- Inflation projection lowered to 2.7-3.2% for second half of 2018-19
- RBI rules out reduction in repo rate going forward
- Central bank has raised repo rate twice so far this year
Here are 10 things to know about RBI's latest policy review:
The RBI also maintained its stance at "calibrated tightening", ruling out the possibility of any reduction in the key lending rate for now.
"Given the assessment that growth will likely remain healthy for the rest of the year, the Monetary Policy Committee (MPC) retained its stance at calibrated tightening so as to buy time to pause, reflect and undertake future policy action with more robust inflation signals," said Governor Urjit Patel said, in a press conference held after the release of the policy statement. (Also read: GDP growth rate lowest in 3 quarters)
While all six members of the MPC voted to keep the rates on hold, one member, Ravindra H Dholakia, voted to change the stance to “neutral”, according to the statement.
The stock markets weakened further after release of the RBI policy statement amid cautious trade. The Sensex ended 249 points - or 0.69 per cent - lower at 35,884 while the Nifty settled at 10,784, down 84 points from the previous close.
Economists said RBI's status quo on rates was along the expected lines. "We believe that the RBI is likely to change stance to 'neutral' in early 2019. We perceive that India is slowly entering into a low inflation, slowing growth quadrant… Our base case remains of a prolonged pause on repo rate,” said Aurodeep Nandi, India economist, Nomura Financial Advisory & Securities (India). (What economists say)
The RBI lowered its consumer inflation projection to 2.7-3.2 per cent for the second half of the current fiscal year, citing normal monsoon and moderate food prices.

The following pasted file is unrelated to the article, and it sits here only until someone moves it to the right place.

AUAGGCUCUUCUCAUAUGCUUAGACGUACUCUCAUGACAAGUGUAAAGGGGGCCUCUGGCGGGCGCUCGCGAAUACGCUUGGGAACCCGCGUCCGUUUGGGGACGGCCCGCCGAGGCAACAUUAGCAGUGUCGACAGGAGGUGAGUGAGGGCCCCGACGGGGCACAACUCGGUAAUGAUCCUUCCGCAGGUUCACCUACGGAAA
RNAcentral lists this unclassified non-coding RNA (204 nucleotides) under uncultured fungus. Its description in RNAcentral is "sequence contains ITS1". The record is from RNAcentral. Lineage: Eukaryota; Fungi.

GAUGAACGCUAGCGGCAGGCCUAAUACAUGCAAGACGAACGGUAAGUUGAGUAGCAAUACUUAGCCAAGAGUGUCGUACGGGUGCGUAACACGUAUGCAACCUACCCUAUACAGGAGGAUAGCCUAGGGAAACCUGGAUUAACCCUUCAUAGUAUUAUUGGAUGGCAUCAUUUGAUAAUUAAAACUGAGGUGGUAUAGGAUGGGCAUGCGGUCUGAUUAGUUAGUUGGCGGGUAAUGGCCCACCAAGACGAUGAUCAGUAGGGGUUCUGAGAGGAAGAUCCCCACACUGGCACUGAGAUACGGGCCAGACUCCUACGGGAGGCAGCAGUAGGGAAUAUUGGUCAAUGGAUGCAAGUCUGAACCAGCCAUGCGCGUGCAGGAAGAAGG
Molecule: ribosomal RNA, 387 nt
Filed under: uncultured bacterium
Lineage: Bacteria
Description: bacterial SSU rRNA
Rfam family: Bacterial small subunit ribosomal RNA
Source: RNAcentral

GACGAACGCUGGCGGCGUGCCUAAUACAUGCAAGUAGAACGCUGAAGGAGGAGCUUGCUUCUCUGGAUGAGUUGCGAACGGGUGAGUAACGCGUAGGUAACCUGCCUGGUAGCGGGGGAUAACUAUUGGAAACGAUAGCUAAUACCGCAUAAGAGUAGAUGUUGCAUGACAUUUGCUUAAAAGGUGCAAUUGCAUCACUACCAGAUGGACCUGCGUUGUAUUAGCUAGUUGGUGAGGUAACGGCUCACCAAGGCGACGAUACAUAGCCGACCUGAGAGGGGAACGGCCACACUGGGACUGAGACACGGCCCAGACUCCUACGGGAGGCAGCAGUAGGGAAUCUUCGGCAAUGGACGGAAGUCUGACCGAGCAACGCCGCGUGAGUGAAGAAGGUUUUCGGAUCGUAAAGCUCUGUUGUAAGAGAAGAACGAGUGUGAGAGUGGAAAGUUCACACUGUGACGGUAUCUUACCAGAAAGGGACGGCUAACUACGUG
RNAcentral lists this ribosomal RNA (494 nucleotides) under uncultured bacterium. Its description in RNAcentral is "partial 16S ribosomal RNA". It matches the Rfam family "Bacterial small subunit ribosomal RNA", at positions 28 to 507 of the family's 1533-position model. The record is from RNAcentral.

Consumer inflation cooled off to a 13-month low of 3.31 per cent in October, comfortably within the RBI's medium-term target of 4 per cent. The RBI primarily tracks consumer inflation data while formulating the monetary policy.
The RBI said it would begin to lower banks' mandatory bond holding ratios by 25 basis points every quarter from Q4 until they reach 18 per cent of deposits. The move is likely to push banks to lend more rather than park their cash in safe-haven government securities. The statutory liquidity ratio (SLR) currently stands at 19.5 per cent. SLR is the share of a bank's total deposit that it needs to maintain itself as liquid assets. (Also read: RBI to inject Rs 40,000-crore liquidity in December)
Wednesday marked the first statement from RBI since it sparked off a debate with the government over its autonomy. The government has called for a change in the central bank's governance structure and setting up of panels to oversee its functioning.
After a marathon board meeting with the government, the RBI last month decided to examine the Economic Capital Framework - the amount of surplus reserve a bank holds to tide over risks.
(With agency inputs)